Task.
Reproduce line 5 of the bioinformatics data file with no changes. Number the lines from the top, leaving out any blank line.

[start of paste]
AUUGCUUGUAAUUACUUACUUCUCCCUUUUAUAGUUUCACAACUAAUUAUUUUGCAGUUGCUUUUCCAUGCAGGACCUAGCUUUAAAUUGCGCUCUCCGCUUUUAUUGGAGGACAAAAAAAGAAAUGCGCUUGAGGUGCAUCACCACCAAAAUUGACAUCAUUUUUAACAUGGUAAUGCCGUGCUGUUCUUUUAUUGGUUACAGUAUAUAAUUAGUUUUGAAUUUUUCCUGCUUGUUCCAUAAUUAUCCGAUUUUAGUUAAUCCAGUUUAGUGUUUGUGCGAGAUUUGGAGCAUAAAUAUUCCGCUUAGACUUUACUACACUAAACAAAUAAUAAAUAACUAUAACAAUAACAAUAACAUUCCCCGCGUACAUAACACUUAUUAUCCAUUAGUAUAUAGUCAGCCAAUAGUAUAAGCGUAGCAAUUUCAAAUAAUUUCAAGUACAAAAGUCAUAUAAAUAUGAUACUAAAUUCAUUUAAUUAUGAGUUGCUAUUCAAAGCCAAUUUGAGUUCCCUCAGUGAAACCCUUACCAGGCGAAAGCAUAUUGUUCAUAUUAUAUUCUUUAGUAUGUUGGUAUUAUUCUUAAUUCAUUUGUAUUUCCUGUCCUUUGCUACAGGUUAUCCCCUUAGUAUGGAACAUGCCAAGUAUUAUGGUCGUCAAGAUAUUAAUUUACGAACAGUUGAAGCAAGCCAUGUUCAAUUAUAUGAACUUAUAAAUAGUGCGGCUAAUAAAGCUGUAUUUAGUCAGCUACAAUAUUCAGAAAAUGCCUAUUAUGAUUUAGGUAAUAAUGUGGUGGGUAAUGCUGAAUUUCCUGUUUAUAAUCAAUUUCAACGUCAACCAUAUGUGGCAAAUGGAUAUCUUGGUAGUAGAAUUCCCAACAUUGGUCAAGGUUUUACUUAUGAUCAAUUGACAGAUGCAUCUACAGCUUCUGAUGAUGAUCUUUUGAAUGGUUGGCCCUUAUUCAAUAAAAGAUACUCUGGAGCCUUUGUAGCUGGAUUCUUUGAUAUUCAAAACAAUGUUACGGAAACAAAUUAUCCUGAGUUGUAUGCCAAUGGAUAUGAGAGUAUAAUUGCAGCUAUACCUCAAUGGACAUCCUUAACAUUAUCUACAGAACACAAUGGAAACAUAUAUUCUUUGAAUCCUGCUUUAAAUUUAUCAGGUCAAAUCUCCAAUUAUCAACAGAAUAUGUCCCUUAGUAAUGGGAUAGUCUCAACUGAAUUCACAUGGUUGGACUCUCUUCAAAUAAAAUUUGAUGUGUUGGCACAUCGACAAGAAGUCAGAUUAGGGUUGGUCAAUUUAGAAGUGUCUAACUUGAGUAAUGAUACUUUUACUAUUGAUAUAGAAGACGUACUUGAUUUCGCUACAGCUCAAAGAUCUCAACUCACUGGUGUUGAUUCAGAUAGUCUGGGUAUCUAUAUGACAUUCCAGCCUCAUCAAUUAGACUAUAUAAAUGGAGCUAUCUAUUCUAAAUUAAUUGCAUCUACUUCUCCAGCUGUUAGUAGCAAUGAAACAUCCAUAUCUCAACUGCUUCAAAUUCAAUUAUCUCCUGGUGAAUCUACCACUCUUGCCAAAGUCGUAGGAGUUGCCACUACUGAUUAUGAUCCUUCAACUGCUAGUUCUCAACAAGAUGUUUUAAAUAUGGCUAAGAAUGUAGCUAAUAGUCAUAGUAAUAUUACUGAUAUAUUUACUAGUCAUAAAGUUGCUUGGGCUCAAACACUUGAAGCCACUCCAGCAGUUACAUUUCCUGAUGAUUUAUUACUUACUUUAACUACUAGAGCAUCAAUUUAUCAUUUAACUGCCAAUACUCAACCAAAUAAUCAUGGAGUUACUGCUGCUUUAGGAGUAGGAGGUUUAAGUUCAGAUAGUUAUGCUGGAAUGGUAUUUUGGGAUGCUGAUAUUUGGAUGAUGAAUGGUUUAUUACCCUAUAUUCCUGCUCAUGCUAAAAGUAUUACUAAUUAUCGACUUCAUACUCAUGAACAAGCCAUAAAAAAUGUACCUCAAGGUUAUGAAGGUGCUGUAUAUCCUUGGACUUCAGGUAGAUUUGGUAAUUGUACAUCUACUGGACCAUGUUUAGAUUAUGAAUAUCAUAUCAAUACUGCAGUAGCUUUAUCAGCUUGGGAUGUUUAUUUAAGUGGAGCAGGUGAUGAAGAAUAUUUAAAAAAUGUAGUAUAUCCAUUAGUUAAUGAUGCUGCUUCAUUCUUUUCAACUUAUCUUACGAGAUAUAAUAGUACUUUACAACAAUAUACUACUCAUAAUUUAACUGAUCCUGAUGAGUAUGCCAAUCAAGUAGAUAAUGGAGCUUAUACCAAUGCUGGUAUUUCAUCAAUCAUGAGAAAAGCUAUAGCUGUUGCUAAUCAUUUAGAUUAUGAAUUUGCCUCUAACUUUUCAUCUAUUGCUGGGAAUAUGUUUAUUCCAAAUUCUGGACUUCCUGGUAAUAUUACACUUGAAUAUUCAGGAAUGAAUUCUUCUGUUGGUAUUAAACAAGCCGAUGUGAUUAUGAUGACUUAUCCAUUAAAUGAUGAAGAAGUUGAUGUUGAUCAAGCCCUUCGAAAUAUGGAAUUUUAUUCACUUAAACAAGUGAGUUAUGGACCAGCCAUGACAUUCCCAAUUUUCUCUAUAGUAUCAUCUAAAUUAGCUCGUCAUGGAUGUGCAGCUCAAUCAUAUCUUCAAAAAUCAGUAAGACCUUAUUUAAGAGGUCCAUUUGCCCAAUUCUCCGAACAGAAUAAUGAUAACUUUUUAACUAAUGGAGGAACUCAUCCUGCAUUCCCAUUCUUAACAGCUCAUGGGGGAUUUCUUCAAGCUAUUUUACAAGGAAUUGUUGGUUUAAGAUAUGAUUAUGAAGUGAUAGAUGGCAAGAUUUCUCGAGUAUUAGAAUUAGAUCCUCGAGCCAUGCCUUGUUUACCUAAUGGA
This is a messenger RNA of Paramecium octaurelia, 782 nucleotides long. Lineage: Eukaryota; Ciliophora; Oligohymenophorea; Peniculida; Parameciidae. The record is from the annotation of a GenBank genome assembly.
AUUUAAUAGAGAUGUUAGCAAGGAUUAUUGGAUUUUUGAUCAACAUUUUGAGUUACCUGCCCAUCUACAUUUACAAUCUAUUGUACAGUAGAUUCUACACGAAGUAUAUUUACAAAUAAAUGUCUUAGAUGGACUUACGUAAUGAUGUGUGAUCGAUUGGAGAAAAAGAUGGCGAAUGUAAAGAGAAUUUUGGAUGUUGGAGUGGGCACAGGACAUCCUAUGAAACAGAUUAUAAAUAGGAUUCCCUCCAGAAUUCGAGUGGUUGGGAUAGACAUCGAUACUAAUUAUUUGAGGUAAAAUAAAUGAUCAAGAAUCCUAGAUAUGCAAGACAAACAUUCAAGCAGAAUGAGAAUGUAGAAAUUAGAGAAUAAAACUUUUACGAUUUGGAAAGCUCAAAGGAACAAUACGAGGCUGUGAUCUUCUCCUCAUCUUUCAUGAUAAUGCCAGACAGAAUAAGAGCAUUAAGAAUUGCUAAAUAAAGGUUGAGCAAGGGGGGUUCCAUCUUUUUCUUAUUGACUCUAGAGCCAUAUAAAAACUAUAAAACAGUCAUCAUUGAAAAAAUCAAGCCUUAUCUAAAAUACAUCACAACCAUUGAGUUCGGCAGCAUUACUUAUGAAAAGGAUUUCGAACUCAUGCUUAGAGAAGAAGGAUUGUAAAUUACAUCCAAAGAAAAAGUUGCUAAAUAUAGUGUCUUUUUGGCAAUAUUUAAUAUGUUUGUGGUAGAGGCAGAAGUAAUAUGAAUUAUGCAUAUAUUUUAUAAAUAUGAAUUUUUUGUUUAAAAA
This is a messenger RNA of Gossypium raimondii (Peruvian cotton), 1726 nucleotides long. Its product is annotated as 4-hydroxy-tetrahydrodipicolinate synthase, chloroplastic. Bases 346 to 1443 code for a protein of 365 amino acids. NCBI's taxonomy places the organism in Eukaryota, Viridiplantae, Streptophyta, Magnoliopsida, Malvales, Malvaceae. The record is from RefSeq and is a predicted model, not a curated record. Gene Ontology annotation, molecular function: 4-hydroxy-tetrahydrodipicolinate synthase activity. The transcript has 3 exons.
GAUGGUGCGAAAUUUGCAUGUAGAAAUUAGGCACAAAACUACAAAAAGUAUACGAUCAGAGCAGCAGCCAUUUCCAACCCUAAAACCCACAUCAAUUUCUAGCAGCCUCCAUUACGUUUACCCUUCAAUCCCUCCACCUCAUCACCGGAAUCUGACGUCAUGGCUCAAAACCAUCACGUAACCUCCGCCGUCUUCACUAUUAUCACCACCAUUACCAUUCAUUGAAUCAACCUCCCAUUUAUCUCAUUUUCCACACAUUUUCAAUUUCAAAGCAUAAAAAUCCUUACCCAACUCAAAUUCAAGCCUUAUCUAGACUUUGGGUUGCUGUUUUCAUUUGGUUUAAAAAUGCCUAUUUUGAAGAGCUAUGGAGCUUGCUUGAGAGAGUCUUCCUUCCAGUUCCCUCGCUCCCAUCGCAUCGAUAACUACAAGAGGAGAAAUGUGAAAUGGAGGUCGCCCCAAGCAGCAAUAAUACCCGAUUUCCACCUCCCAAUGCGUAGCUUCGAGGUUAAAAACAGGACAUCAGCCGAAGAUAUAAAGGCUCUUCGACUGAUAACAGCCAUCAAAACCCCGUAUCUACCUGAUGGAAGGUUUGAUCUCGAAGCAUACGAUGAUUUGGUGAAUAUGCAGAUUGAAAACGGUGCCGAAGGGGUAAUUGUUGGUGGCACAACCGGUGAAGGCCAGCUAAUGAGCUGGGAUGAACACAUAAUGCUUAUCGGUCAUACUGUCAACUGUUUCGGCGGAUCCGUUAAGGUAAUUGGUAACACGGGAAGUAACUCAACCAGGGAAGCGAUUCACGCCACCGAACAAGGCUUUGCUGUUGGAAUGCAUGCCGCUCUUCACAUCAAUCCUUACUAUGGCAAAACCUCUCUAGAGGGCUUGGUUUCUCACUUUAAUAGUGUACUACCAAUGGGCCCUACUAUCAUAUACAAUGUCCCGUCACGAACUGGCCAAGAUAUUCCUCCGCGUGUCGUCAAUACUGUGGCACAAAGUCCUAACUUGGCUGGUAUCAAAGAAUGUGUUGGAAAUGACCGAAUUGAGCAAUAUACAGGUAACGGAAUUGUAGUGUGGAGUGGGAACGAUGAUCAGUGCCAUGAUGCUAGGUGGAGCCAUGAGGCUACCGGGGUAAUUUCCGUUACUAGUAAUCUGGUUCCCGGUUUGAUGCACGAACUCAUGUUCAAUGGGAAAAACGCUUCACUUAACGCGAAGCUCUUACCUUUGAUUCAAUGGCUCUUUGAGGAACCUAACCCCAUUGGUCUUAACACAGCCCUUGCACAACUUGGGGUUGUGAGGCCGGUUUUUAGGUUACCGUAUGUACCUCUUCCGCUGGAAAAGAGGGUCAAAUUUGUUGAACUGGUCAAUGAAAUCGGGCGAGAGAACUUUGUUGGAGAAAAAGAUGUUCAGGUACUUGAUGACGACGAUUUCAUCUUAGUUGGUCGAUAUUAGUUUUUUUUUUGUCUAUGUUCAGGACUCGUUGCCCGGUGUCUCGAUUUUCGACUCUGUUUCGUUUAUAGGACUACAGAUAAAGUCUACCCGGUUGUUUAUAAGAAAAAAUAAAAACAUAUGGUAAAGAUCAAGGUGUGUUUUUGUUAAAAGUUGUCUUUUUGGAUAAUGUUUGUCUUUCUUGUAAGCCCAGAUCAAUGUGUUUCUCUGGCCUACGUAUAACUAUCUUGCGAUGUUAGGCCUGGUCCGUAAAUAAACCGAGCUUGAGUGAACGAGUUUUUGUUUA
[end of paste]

GAUGGUGCGAAAUUUGCAUGUAGAAAUUAGGCACAAAACUACAAAAAGUAUACGAUCAGAGCAGCAGCCAUUUCCAACCCUAAAACCCACAUCAAUUUCUAGCAGCCUCCAUUACGUUUACCCUUCAAUCCCUCCACCUCAUCACCGGAAUCUGACGUCAUGGCUCAAAACCAUCACGUAACCUCCGCCGUCUUCACUAUUAUCACCACCAUUACCAUUCAUUGAAUCAACCUCCCAUUUAUCUCAUUUUCCACACAUUUUCAAUUUCAAAGCAUAAAAAUCCUUACCCAACUCAAAUUCAAGCCUUAUCUAGACUUUGGGUUGCUGUUUUCAUUUGGUUUAAAAAUGCCUAUUUUGAAGAGCUAUGGAGCUUGCUUGAGAGAGUCUUCCUUCCAGUUCCCUCGCUCCCAUCGCAUCGAUAACUACAAGAGGAGAAAUGUGAAAUGGAGGUCGCCCCAAGCAGCAAUAAUACCCGAUUUCCACCUCCCAAUGCGUAGCUUCGAGGUUAAAAACAGGACAUCAGCCGAAGAUAUAAAGGCUCUUCGACUGAUAACAGCCAUCAAAACCCCGUAUCUACCUGAUGGAAGGUUUGAUCUCGAAGCAUACGAUGAUUUGGUGAAUAUGCAGAUUGAAAACGGUGCCGAAGGGGUAAUUGUUGGUGGCACAACCGGUGAAGGCCAGCUAAUGAGCUGGGAUGAACACAUAAUGCUUAUCGGUCAUACUGUCAACUGUUUCGGCGGAUCCGUUAAGGUAAUUGGUAACACGGGAAGUAACUCAACCAGGGAAGCGAUUCACGCCACCGAACAAGGCUUUGCUGUUGGAAUGCAUGCCGCUCUUCACAUCAAUCCUUACUAUGGCAAAACCUCUCUAGAGGGCUUGGUUUCUCACUUUAAUAGUGUACUACCAAUGGGCCCUACUAUCAUAUACAAUGUCCCGUCACGAACUGGCCAAGAUAUUCCUCCGCGUGUCGUCAAUACUGUGGCACAAAGUCCUAACUUGGCUGGUAUCAAAGAAUGUGUUGGAAAUGACCGAAUUGAGCAAUAUACAGGUAACGGAAUUGUAGUGUGGAGUGGGAACGAUGAUCAGUGCCAUGAUGCUAGGUGGAGCCAUGAGGCUACCGGGGUAAUUUCCGUUACUAGUAAUCUGGUUCCCGGUUUGAUGCACGAACUCAUGUUCAAUGGGAAAAACGCUUCACUUAACGCGAAGCUCUUACCUUUGAUUCAAUGGCUCUUUGAGGAACCUAACCCCAUUGGUCUUAACACAGCCCUUGCACAACUUGGGGUUGUGAGGCCGGUUUUUAGGUUACCGUAUGUACCUCUUCCGCUGGAAAAGAGGGUCAAAUUUGUUGAACUGGUCAAUGAAAUCGGGCGAGAGAACUUUGUUGGAGAAAAAGAUGUUCAGGUACUUGAUGACGACGAUUUCAUCUUAGUUGGUCGAUAUUAGUUUUUUUUUUGUCUAUGUUCAGGACUCGUUGCCCGGUGUCUCGAUUUUCGACUCUGUUUCGUUUAUAGGACUACAGAUAAAGUCUACCCGGUUGUUUAUAAGAAAAAAUAAAAACAUAUGGUAAAGAUCAAGGUGUGUUUUUGUUAAAAGUUGUCUUUUUGGAUAAUGUUUGUCUUUCUUGUAAGCCCAGAUCAAUGUGUUUCUCUGGCCUACGUAUAACUAUCUUGCGAUGUUAGGCCUGGUCCGUAAAUAAACCGAGCUUGAGUGAACGAGUUUUUGUUUA